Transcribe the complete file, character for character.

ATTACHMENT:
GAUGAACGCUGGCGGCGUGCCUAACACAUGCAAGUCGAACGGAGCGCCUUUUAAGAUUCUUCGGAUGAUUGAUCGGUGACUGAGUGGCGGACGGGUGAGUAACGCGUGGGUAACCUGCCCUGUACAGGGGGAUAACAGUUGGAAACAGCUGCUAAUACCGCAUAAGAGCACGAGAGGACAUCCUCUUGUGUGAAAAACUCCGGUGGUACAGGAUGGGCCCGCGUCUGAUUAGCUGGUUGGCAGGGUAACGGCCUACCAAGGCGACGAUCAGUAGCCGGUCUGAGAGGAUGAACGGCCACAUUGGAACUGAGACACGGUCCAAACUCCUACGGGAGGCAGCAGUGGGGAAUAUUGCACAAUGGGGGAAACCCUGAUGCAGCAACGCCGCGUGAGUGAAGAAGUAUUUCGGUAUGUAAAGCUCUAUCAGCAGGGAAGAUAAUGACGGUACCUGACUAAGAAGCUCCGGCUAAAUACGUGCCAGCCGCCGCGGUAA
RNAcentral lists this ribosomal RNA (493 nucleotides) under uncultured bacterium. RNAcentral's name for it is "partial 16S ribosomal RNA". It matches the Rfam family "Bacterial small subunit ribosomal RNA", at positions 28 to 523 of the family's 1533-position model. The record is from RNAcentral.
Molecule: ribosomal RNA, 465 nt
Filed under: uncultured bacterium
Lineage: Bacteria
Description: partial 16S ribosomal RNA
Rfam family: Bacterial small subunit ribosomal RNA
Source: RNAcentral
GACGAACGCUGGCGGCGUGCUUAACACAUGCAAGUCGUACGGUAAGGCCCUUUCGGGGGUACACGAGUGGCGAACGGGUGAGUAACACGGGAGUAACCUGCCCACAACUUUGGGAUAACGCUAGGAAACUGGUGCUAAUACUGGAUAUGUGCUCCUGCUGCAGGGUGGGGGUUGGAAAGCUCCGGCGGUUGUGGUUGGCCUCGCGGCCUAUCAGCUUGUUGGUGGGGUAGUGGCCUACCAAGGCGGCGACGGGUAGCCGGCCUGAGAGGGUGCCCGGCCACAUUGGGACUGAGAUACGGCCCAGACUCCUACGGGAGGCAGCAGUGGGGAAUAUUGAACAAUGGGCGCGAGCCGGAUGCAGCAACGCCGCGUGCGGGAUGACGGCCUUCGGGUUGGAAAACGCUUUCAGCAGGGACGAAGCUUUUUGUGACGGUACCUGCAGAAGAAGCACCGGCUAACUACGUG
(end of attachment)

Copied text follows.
GAUGAACGCUGGCGGCGUGCCUAACACAUGCAAGUCGAACGGAGCGCCUUUUAAGAUUCUUCGGAUGAUUGAUCGGUGACUGAGUGGCGGACGGGUGAGUAACGCGUGGGUAACCUGCCCUGUACAGGGGGAUAACAGUUGGAAACAGCUGCUAAUACCGCAUAAGAGCACGAGAGGACAUCCUCUUGUGUGAAAAACUCCGGUGGUACAGGAUGGGCCCGCGUCUGAUUAGCUGGUUGGCAGGGUAACGGCCUACCAAGGCGACGAUCAGUAGCCGGUCUGAGAGGAUGAACGGCCACAUUGGAACUGAGACACGGUCCAAACUCCUACGGGAGGCAGCAGUGGGGAAUAUUGCACAAUGGGGGAAACCCUGAUGCAGCAACGCCGCGUGAGUGAAGAAGUAUUUCGGUAUGUAAAGCUCUAUCAGCAGGGAAGAUAAUGACGGUACCUGACUAAGAAGCUCCGGCUAAAUACGUGCCAGCCGCCGCGGUAA
RNAcentral lists this ribosomal RNA (493 nucleotides) under uncultured bacterium. RNAcentral's name for it is "partial 16S ribosomal RNA". It matches the Rfam family "Bacterial small subunit ribosomal RNA", at positions 28 to 523 of the family's 1533-position model. The record is from RNAcentral.
Molecule: ribosomal RNA, 465 nt
Filed under: uncultured bacterium
Lineage: Bacteria
Description: partial 16S ribosomal RNA
Rfam family: Bacterial small subunit ribosomal RNA
Source: RNAcentral
GACGAACGCUGGCGGCGUGCUUAACACAUGCAAGUCGUACGGUAAGGCCCUUUCGGGGGUACACGAGUGGCGAACGGGUGAGUAACACGGGAGUAACCUGCCCACAACUUUGGGAUAACGCUAGGAAACUGGUGCUAAUACUGGAUAUGUGCUCCUGCUGCAGGGUGGGGGUUGGAAAGCUCCGGCGGUUGUGGUUGGCCUCGCGGCCUAUCAGCUUGUUGGUGGGGUAGUGGCCUACCAAGGCGGCGACGGGUAGCCGGCCUGAGAGGGUGCCCGGCCACAUUGGGACUGAGAUACGGCCCAGACUCCUACGGGAGGCAGCAGUGGGGAAUAUUGAACAAUGGGCGCGAGCCGGAUGCAGCAACGCCGCGUGCGGGAUGACGGCCUUCGGGUUGGAAAACGCUUUCAGCAGGGACGAAGCUUUUUGUGACGGUACCUGCAGAAGAAGCACCGGCUAACUACGUG